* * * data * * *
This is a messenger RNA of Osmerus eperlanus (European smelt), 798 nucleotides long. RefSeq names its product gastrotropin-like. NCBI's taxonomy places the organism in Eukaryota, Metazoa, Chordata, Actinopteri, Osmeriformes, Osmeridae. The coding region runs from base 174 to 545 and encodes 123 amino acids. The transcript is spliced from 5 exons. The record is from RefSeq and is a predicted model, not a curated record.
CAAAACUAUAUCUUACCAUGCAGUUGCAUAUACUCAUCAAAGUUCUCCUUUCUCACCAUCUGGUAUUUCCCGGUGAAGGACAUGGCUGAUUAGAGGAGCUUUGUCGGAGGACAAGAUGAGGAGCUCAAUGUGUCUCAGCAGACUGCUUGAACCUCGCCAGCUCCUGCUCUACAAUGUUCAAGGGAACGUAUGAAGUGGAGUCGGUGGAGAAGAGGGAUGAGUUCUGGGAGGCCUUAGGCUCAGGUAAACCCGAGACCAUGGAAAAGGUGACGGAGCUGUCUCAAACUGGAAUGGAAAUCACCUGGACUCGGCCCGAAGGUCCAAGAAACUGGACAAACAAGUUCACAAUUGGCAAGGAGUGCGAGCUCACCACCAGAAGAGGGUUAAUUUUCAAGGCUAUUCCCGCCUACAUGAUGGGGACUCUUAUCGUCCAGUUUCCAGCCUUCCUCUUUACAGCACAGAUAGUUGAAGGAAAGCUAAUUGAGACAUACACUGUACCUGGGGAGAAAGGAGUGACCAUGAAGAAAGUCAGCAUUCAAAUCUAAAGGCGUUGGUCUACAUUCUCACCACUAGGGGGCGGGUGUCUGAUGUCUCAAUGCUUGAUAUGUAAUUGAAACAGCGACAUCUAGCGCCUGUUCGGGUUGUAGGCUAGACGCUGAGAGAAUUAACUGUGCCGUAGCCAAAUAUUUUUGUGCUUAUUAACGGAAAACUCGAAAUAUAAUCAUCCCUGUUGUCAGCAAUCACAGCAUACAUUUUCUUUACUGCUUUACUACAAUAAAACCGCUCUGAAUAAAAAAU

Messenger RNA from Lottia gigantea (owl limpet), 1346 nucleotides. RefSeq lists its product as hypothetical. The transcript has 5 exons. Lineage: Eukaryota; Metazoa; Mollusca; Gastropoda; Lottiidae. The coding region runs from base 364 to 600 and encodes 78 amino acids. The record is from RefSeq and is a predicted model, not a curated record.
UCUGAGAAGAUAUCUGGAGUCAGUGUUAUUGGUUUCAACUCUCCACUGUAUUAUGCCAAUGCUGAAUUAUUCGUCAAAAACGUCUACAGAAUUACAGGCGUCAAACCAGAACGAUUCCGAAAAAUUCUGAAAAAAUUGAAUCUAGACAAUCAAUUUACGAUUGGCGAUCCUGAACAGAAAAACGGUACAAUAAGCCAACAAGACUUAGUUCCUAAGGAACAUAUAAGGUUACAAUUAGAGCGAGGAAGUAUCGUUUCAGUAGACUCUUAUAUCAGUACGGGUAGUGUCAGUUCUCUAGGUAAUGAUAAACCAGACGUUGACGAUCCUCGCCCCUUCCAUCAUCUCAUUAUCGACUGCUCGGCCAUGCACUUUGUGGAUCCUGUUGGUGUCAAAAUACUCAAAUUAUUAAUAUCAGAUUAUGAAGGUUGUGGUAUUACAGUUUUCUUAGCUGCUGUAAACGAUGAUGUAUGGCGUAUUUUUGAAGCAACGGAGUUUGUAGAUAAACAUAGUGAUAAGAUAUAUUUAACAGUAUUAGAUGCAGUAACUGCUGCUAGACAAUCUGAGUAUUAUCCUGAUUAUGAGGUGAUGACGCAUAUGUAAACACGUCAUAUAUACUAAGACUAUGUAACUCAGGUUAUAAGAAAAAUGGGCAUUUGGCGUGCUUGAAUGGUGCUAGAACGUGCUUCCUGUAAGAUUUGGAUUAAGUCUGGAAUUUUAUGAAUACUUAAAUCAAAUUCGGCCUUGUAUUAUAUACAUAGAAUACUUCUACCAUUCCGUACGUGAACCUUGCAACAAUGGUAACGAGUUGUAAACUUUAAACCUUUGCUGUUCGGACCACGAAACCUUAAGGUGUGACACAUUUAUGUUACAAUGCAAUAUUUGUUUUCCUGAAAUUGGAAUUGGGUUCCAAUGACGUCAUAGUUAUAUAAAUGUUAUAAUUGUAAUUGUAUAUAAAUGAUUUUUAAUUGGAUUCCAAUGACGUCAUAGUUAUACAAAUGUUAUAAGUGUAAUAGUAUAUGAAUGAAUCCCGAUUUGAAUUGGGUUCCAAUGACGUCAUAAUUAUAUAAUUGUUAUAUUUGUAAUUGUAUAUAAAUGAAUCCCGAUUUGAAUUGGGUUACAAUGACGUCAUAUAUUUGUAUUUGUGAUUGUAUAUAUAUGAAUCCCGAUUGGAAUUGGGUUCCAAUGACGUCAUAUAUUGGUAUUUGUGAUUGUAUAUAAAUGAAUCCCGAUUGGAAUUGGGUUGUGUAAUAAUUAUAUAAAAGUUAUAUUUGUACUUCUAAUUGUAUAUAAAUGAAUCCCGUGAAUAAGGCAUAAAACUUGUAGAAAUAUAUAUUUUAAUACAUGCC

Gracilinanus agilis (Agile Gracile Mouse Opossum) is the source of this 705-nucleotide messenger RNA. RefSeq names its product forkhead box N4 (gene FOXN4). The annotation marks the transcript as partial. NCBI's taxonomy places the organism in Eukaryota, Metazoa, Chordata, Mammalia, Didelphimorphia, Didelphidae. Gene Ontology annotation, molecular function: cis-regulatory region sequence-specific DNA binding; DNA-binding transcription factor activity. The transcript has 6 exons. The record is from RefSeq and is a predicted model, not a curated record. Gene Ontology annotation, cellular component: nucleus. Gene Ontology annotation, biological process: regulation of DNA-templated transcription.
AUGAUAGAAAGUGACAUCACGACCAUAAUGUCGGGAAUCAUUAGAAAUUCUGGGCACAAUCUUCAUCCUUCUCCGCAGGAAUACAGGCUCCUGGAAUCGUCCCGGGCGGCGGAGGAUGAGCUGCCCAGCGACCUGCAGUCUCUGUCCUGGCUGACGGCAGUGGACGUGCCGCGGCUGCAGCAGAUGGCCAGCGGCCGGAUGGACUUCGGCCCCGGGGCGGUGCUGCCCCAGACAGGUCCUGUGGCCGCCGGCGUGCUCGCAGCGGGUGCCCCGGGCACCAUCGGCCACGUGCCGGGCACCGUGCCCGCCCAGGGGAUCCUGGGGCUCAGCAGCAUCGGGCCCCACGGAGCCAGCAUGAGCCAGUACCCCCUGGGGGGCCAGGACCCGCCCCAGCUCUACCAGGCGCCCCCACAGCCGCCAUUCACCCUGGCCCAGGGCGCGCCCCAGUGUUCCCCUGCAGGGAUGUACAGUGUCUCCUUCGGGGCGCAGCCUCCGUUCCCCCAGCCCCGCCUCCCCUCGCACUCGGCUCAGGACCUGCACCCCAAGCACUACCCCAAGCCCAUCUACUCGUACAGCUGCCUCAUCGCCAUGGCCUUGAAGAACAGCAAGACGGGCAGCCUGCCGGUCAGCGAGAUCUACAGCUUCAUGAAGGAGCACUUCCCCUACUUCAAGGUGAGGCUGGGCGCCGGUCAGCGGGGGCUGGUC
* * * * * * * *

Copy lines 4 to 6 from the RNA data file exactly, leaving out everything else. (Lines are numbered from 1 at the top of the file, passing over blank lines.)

UCUGAGAAGAUAUCUGGAGUCAGUGUUAUUGGUUUCAACUCUCCACUGUAUUAUGCCAAUGCUGAAUUAUUCGUCAAAAACGUCUACAGAAUUACAGGCGUCAAACCAGAACGAUUCCGAAAAAUUCUGAAAAAAUUGAAUCUAGACAAUCAAUUUACGAUUGGCGAUCCUGAACAGAAAAACGGUACAAUAAGCCAACAAGACUUAGUUCCUAAGGAACAUAUAAGGUUACAAUUAGAGCGAGGAAGUAUCGUUUCAGUAGACUCUUAUAUCAGUACGGGUAGUGUCAGUUCUCUAGGUAAUGAUAAACCAGACGUUGACGAUCCUCGCCCCUUCCAUCAUCUCAUUAUCGACUGCUCGGCCAUGCACUUUGUGGAUCCUGUUGGUGUCAAAAUACUCAAAUUAUUAAUAUCAGAUUAUGAAGGUUGUGGUAUUACAGUUUUCUUAGCUGCUGUAAACGAUGAUGUAUGGCGUAUUUUUGAAGCAACGGAGUUUGUAGAUAAACAUAGUGAUAAGAUAUAUUUAACAGUAUUAGAUGCAGUAACUGCUGCUAGACAAUCUGAGUAUUAUCCUGAUUAUGAGGUGAUGACGCAUAUGUAAACACGUCAUAUAUACUAAGACUAUGUAACUCAGGUUAUAAGAAAAAUGGGCAUUUGGCGUGCUUGAAUGGUGCUAGAACGUGCUUCCUGUAAGAUUUGGAUUAAGUCUGGAAUUUUAUGAAUACUUAAAUCAAAUUCGGCCUUGUAUUAUAUACAUAGAAUACUUCUACCAUUCCGUACGUGAACCUUGCAACAAUGGUAACGAGUUGUAAACUUUAAACCUUUGCUGUUCGGACCACGAAACCUUAAGGUGUGACACAUUUAUGUUACAAUGCAAUAUUUGUUUUCCUGAAAUUGGAAUUGGGUUCCAAUGACGUCAUAGUUAUAUAAAUGUUAUAAUUGUAAUUGUAUAUAAAUGAUUUUUAAUUGGAUUCCAAUGACGUCAUAGUUAUACAAAUGUUAUAAGUGUAAUAGUAUAUGAAUGAAUCCCGAUUUGAAUUGGGUUCCAAUGACGUCAUAAUUAUAUAAUUGUUAUAUUUGUAAUUGUAUAUAAAUGAAUCCCGAUUUGAAUUGGGUUACAAUGACGUCAUAUAUUUGUAUUUGUGAUUGUAUAUAUAUGAAUCCCGAUUGGAAUUGGGUUCCAAUGACGUCAUAUAUUGGUAUUUGUGAUUGUAUAUAAAUGAAUCCCGAUUGGAAUUGGGUUGUGUAAUAAUUAUAUAAAAGUUAUAUUUGUACUUCUAAUUGUAUAUAAAUGAAUCCCGUGAAUAAGGCAUAAAACUUGUAGAAAUAUAUAUUUUAAUACAUGCC

Gracilinanus agilis (Agile Gracile Mouse Opossum) is the source of this 705-nucleotide messenger RNA. RefSeq names its product forkhead box N4 (gene FOXN4). The annotation marks the transcript as partial. NCBI's taxonomy places the organism in Eukaryota, Metazoa, Chordata, Mammalia, Didelphimorphia, Didelphidae. Gene Ontology annotation, molecular function: cis-regulatory region sequence-specific DNA binding; DNA-binding transcription factor activity. The transcript has 6 exons. The record is from RefSeq and is a predicted model, not a curated record. Gene Ontology annotation, cellular component: nucleus. Gene Ontology annotation, biological process: regulation of DNA-templated transcription.
AUGAUAGAAAGUGACAUCACGACCAUAAUGUCGGGAAUCAUUAGAAAUUCUGGGCACAAUCUUCAUCCUUCUCCGCAGGAAUACAGGCUCCUGGAAUCGUCCCGGGCGGCGGAGGAUGAGCUGCCCAGCGACCUGCAGUCUCUGUCCUGGCUGACGGCAGUGGACGUGCCGCGGCUGCAGCAGAUGGCCAGCGGCCGGAUGGACUUCGGCCCCGGGGCGGUGCUGCCCCAGACAGGUCCUGUGGCCGCCGGCGUGCUCGCAGCGGGUGCCCCGGGCACCAUCGGCCACGUGCCGGGCACCGUGCCCGCCCAGGGGAUCCUGGGGCUCAGCAGCAUCGGGCCCCACGGAGCCAGCAUGAGCCAGUACCCCCUGGGGGGCCAGGACCCGCCCCAGCUCUACCAGGCGCCCCCACAGCCGCCAUUCACCCUGGCCCAGGGCGCGCCCCAGUGUUCCCCUGCAGGGAUGUACAGUGUCUCCUUCGGGGCGCAGCCUCCGUUCCCCCAGCCCCGCCUCCCCUCGCACUCGGCUCAGGACCUGCACCCCAAGCACUACCCCAAGCCCAUCUACUCGUACAGCUGCCUCAUCGCCAUGGCCUUGAAGAACAGCAAGACGGGCAGCCUGCCGGUCAGCGAGAUCUACAGCUUCAUGAAGGAGCACUUCCCCUACUUCAAGGUGAGGCUGGGCGCCGGUCAGCGGGGGCUGGUC